Those who insist that slavery is the root of all evil in America and that, as a result, blacks are victims, denigrate the strength of black Americans. I long have argued that, contrary to the designation of those who grew up during the Great Depression and fought in World War II as the “Greatest Generation,” in reality the greatest generation was that of the freed slaves. These were people who had been demeaned as chattel and had no possessions; many had no marketable skills, were mostly illiterate, and lacked a last name. They were suddenly liberated from southern plantations and thrust into the world of freedom.
Certainly, many were transformed from slaves into tenant farmers, but at least they were free. Many were exploited, but many also received an education provided by whites who founded a number of our black colleges. Indeed, Howard University is named for Union Gen. Oliver O. Howard, who commanded a wing of Sherman’s army and who my great-grandmother told me “came up Bonner’s Hill” in Clinton, Georgia, while she was picking cotton. I find it hard to believe that Howard, Spellman, and Morehouse colleges were founded by whites to victimize blacks.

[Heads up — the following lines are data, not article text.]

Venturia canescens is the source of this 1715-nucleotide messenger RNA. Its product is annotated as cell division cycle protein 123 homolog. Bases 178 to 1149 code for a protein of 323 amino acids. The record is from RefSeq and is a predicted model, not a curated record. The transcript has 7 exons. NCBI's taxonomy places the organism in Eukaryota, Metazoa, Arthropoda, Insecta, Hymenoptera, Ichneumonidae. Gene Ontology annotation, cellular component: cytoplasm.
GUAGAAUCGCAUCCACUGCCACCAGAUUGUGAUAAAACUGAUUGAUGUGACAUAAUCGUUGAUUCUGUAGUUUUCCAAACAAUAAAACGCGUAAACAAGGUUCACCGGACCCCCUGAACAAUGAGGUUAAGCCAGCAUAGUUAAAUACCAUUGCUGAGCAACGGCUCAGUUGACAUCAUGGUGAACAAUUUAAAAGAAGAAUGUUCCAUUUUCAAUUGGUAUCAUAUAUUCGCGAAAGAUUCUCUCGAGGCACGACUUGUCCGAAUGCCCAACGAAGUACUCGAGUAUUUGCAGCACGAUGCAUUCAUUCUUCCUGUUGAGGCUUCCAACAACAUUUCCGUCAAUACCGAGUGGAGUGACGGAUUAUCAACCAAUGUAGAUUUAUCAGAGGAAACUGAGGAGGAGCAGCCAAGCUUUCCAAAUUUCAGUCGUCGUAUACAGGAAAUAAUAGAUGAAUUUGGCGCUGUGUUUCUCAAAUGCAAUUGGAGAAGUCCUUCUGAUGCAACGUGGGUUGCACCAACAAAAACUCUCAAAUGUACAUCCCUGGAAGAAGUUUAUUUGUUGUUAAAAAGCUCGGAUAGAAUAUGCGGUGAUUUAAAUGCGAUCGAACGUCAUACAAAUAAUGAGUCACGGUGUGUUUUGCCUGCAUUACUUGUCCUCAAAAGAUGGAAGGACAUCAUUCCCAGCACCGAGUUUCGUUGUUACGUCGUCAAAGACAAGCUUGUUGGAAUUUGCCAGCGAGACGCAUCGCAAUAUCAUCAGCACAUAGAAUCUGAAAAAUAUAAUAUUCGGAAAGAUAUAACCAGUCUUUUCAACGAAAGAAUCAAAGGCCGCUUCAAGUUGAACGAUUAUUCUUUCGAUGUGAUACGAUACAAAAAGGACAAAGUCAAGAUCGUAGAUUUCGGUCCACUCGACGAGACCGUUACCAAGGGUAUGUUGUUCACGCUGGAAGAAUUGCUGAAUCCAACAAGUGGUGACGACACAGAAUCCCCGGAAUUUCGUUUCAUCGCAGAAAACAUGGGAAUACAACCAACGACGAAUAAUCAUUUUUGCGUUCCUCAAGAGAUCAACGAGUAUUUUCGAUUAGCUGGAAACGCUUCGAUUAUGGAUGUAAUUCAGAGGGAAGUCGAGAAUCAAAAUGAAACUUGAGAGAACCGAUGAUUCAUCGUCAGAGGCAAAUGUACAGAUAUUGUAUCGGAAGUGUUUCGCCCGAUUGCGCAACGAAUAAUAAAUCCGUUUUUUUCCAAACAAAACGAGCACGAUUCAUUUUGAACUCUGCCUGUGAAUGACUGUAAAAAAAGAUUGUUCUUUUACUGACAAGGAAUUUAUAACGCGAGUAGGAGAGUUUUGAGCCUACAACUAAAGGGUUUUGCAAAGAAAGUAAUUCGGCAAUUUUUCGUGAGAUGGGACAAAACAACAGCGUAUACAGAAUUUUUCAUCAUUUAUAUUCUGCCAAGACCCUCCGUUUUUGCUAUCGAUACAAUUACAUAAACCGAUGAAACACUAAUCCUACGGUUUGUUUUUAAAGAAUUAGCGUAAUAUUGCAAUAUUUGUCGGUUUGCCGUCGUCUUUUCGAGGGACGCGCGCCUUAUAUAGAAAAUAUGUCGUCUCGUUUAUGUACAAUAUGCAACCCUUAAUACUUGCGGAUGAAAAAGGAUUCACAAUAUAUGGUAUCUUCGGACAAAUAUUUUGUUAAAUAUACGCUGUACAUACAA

Those who insist on according blacks victim status are guilty of perpetuating the caricatures of black people made famous by Stepin Fetchit, “Little Black Sambo,” “Uncle Tom’s Cabin,” and “Mandingo.” Given that caricatures are parodies, victimhood is little more than an excuse. Convincing some that they cannot achieve because they are black flies in the face of this paradox: how can a high-achieving black person truthfully tell another black person that their lack of achievement is because of their race?
I grew up with parents who, because of their upbringing, neither tolerated excuses nor believed in victimhood. We lived in southwest Atlanta’s all-black enclave. As a result, I never had a conversation with a white person until I became the first black male freshman at the University of Georgia in 1966. For us, whites were a caricature. We saw them through the lens of the television. Shows such as “The Adventures of Ozzie and Harriet” showed us a household to which we could not relate because the wife did not work outside the home. Through the news, we saw images of white women cursing and spitting on black children trying to go to school in Clinton, Tennessee, and Little Rock, Arkansas; and the horrifying images of Emmett Till’s beaten body and, later, those of James Chaney, Andrew Goodman, and Michael Schwerner. These events and others reinforced the feeling among my peers that most whites were violent, uneducated, and best avoided.